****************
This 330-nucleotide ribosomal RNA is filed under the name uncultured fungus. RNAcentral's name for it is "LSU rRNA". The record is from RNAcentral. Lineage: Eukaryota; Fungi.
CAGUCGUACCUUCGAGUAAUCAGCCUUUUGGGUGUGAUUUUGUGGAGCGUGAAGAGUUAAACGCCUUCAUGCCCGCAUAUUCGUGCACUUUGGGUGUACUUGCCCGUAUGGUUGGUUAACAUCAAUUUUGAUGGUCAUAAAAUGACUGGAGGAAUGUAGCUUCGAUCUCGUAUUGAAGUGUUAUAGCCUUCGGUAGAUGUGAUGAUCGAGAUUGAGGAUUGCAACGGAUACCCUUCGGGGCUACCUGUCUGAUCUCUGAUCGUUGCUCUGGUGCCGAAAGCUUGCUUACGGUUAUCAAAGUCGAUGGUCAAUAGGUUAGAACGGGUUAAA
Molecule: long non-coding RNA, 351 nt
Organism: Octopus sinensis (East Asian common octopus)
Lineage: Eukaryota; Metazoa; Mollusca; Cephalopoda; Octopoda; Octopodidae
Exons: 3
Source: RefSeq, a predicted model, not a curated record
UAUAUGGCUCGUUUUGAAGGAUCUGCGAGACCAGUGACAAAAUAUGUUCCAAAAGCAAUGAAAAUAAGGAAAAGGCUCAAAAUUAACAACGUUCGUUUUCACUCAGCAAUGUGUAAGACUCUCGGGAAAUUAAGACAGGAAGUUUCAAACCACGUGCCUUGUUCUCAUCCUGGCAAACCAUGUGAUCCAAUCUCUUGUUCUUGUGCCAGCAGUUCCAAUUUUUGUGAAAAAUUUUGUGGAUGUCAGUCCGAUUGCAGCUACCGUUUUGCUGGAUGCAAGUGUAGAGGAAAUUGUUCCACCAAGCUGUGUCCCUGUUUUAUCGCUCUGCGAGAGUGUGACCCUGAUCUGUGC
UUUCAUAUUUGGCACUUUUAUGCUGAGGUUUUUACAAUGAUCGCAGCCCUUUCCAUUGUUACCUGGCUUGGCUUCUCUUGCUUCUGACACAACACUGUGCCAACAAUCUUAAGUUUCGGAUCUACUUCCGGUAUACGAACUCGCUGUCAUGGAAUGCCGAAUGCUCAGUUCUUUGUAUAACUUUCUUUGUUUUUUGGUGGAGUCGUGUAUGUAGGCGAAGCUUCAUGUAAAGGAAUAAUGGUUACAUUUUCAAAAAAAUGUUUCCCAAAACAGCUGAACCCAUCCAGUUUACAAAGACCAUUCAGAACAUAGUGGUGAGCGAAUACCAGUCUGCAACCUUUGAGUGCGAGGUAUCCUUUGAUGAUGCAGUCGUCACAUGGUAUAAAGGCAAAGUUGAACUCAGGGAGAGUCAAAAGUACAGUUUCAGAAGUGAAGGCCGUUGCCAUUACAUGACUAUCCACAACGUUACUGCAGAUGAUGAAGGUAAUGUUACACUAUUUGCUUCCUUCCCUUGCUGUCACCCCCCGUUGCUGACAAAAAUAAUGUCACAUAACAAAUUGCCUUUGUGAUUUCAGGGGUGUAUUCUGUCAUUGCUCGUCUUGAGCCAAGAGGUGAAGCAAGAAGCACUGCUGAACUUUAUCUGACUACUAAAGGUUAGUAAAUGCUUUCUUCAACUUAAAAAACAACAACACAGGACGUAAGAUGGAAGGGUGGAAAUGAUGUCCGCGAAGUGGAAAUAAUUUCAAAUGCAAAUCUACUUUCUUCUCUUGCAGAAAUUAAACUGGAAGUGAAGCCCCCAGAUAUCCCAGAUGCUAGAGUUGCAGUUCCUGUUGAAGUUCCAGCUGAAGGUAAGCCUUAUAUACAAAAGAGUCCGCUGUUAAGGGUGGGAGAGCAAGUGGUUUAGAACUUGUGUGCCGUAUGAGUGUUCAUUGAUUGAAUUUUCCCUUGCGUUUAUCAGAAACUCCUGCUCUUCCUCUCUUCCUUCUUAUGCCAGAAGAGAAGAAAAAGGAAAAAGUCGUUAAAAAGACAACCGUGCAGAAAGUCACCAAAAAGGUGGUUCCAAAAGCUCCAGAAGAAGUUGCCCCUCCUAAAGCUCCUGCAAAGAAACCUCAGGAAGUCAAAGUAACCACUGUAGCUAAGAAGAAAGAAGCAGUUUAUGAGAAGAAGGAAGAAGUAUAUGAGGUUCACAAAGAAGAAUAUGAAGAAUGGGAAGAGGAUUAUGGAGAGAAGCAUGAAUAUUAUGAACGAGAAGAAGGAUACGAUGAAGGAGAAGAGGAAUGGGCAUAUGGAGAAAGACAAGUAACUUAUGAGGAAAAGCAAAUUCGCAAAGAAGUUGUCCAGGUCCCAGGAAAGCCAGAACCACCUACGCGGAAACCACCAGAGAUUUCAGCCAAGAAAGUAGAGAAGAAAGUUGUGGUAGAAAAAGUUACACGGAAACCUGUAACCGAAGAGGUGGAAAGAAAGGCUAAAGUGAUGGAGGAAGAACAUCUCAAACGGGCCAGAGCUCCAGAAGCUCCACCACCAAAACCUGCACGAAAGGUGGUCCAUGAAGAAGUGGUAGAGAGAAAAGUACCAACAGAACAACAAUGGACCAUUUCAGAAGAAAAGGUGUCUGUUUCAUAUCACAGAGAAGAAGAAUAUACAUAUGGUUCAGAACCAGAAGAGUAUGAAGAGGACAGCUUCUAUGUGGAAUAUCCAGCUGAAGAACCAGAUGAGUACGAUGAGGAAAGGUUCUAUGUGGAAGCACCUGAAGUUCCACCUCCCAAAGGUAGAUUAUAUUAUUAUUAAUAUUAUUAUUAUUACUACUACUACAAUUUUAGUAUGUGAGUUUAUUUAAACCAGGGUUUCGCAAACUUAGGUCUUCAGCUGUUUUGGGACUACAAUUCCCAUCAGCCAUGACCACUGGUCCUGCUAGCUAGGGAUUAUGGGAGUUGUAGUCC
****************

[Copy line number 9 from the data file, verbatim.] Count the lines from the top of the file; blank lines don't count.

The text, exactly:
UUUCAUAUUUGGCACUUUUAUGCUGAGGUUUUUACAAUGAUCGCAGCCCUUUCCAUUGUUACCUGGCUUGGCUUCUCUUGCUUCUGACACAACACUGUGCCAACAAUCUUAAGUUUCGGAUCUACUUCCGGUAUACGAACUCGCUGUCAUGGAAUGCCGAAUGCUCAGUUCUUUGUAUAACUUUCUUUGUUUUUUGGUGGAGUCGUGUAUGUAGGCGAAGCUUCAUGUAAAGGAAUAAUGGUUACAUUUUCAAAAAAAUGUUUCCCAAAACAGCUGAACCCAUCCAGUUUACAAAGACCAUUCAGAACAUAGUGGUGAGCGAAUACCAGUCUGCAACCUUUGAGUGCGAGGUAUCCUUUGAUGAUGCAGUCGUCACAUGGUAUAAAGGCAAAGUUGAACUCAGGGAGAGUCAAAAGUACAGUUUCAGAAGUGAAGGCCGUUGCCAUUACAUGACUAUCCACAACGUUACUGCAGAUGAUGAAGGUAAUGUUACACUAUUUGCUUCCUUCCCUUGCUGUCACCCCCCGUUGCUGACAAAAAUAAUGUCACAUAACAAAUUGCCUUUGUGAUUUCAGGGGUGUAUUCUGUCAUUGCUCGUCUUGAGCCAAGAGGUGAAGCAAGAAGCACUGCUGAACUUUAUCUGACUACUAAAGGUUAGUAAAUGCUUUCUUCAACUUAAAAAACAACAACACAGGACGUAAGAUGGAAGGGUGGAAAUGAUGUCCGCGAAGUGGAAAUAAUUUCAAAUGCAAAUCUACUUUCUUCUCUUGCAGAAAUUAAACUGGAAGUGAAGCCCCCAGAUAUCCCAGAUGCUAGAGUUGCAGUUCCUGUUGAAGUUCCAGCUGAAGGUAAGCCUUAUAUACAAAAGAGUCCGCUGUUAAGGGUGGGAGAGCAAGUGGUUUAGAACUUGUGUGCCGUAUGAGUGUUCAUUGAUUGAAUUUUCCCUUGCGUUUAUCAGAAACUCCUGCUCUUCCUCUCUUCCUUCUUAUGCCAGAAGAGAAGAAAAAGGAAAAAGUCGUUAAAAAGACAACCGUGCAGAAAGUCACCAAAAAGGUGGUUCCAAAAGCUCCAGAAGAAGUUGCCCCUCCUAAAGCUCCUGCAAAGAAACCUCAGGAAGUCAAAGUAACCACUGUAGCUAAGAAGAAAGAAGCAGUUUAUGAGAAGAAGGAAGAAGUAUAUGAGGUUCACAAAGAAGAAUAUGAAGAAUGGGAAGAGGAUUAUGGAGAGAAGCAUGAAUAUUAUGAACGAGAAGAAGGAUACGAUGAAGGAGAAGAGGAAUGGGCAUAUGGAGAAAGACAAGUAACUUAUGAGGAAAAGCAAAUUCGCAAAGAAGUUGUCCAGGUCCCAGGAAAGCCAGAACCACCUACGCGGAAACCACCAGAGAUUUCAGCCAAGAAAGUAGAGAAGAAAGUUGUGGUAGAAAAAGUUACACGGAAACCUGUAACCGAAGAGGUGGAAAGAAAGGCUAAAGUGAUGGAGGAAGAACAUCUCAAACGGGCCAGAGCUCCAGAAGCUCCACCACCAAAACCUGCACGAAAGGUGGUCCAUGAAGAAGUGGUAGAGAGAAAAGUACCAACAGAACAACAAUGGACCAUUUCAGAAGAAAAGGUGUCUGUUUCAUAUCACAGAGAAGAAGAAUAUACAUAUGGUUCAGAACCAGAAGAGUAUGAAGAGGACAGCUUCUAUGUGGAAUAUCCAGCUGAAGAACCAGAUGAGUACGAUGAGGAAAGGUUCUAUGUGGAAGCACCUGAAGUUCCACCUCCCAAAGGUAGAUUAUAUUAUUAUUAAUAUUAUUAUUAUUACUACUACUACAAUUUUAGUAUGUGAGUUUAUUUAAACCAGGGUUUCGCAAACUUAGGUCUUCAGCUGUUUUGGGACUACAAUUCCCAUCAGCCAUGACCACUGGUCCUGCUAGCUAGGGAUUAUGGGAGUUGUAGUCC